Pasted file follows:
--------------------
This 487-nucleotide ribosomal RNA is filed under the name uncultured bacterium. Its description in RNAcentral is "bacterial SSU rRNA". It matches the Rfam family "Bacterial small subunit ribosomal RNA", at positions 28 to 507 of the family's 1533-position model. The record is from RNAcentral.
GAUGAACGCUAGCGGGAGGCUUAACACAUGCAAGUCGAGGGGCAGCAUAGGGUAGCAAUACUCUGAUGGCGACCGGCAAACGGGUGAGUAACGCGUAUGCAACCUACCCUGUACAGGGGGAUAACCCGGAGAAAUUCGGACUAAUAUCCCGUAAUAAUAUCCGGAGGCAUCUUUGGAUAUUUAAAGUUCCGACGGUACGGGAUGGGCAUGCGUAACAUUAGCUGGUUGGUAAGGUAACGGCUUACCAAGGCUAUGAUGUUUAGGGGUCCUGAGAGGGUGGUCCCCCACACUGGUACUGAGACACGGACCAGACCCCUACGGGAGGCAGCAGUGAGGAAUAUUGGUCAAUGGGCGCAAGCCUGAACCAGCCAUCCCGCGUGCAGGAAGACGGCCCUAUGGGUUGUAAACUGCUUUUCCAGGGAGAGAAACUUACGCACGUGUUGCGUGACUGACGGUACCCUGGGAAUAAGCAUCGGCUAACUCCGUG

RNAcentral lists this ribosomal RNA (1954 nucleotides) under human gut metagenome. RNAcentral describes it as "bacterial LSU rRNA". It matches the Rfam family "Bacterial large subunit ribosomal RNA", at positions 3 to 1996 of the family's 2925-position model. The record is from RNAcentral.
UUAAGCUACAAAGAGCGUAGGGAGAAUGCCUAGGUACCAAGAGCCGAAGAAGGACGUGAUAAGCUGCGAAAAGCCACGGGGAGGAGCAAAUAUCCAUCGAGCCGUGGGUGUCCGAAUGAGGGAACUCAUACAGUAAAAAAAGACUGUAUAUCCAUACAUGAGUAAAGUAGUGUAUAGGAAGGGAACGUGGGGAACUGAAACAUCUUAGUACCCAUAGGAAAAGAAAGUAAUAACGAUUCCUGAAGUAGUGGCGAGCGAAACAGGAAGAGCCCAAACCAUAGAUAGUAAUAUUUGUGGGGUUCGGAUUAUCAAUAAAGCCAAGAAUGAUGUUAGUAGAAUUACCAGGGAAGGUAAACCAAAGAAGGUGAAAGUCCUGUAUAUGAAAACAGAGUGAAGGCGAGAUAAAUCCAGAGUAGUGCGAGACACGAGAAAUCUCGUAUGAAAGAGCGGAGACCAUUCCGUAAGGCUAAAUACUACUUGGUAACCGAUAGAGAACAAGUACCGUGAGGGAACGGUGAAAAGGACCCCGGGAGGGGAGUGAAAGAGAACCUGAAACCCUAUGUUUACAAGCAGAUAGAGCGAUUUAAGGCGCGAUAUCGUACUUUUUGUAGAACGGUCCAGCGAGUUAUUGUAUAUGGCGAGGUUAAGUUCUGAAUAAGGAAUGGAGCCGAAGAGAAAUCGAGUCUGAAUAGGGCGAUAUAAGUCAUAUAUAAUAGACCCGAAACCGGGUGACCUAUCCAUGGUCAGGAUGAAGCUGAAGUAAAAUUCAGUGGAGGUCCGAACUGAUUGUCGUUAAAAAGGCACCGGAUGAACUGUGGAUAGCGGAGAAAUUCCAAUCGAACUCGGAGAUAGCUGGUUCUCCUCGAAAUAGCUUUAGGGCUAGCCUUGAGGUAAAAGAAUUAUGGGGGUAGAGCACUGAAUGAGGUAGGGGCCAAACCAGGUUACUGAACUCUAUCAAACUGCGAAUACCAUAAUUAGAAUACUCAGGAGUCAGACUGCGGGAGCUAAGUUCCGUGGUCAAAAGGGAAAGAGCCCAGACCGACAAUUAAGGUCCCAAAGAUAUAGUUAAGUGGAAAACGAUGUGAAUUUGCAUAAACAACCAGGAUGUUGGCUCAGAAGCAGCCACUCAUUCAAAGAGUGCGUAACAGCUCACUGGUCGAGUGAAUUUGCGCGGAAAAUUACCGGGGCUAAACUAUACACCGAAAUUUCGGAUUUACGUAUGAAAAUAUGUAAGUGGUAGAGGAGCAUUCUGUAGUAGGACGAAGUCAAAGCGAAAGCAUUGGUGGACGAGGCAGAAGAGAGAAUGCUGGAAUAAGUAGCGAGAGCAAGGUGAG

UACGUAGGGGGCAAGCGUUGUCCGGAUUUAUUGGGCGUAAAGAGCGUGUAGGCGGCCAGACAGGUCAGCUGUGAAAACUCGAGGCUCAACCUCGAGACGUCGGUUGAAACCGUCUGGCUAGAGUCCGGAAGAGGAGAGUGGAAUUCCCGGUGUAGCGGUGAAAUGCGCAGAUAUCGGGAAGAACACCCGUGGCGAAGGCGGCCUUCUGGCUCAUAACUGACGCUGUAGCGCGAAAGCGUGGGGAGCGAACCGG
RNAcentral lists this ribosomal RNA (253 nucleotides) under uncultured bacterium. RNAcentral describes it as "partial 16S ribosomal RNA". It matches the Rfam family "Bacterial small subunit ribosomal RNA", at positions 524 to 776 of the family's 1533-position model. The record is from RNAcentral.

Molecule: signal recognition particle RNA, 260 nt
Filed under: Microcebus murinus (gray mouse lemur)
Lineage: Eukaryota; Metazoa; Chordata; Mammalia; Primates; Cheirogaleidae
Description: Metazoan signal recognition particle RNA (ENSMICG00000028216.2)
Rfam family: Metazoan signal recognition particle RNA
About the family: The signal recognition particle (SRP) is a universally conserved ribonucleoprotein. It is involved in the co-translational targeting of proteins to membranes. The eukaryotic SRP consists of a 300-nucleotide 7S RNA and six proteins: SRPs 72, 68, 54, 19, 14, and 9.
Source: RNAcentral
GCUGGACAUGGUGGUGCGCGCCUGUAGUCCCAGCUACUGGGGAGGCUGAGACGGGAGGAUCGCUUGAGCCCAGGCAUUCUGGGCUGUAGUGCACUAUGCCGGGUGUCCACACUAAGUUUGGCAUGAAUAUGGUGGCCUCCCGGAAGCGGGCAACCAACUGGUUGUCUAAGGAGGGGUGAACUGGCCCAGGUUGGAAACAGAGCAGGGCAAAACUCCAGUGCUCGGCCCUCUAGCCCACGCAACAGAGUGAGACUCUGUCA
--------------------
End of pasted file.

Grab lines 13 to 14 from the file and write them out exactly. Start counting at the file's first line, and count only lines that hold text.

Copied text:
Source: RNAcentral
GCUGGACAUGGUGGUGCGCGCCUGUAGUCCCAGCUACUGGGGAGGCUGAGACGGGAGGAUCGCUUGAGCCCAGGCAUUCUGGGCUGUAGUGCACUAUGCCGGGUGUCCACACUAAGUUUGGCAUGAAUAUGGUGGCCUCCCGGAAGCGGGCAACCAACUGGUUGUCUAAGGAGGGGUGAACUGGCCCAGGUUGGAAACAGAGCAGGGCAAAACUCCAGUGCUCGGCCCUCUAGCCCACGCAACAGAGUGAGACUCUGUCA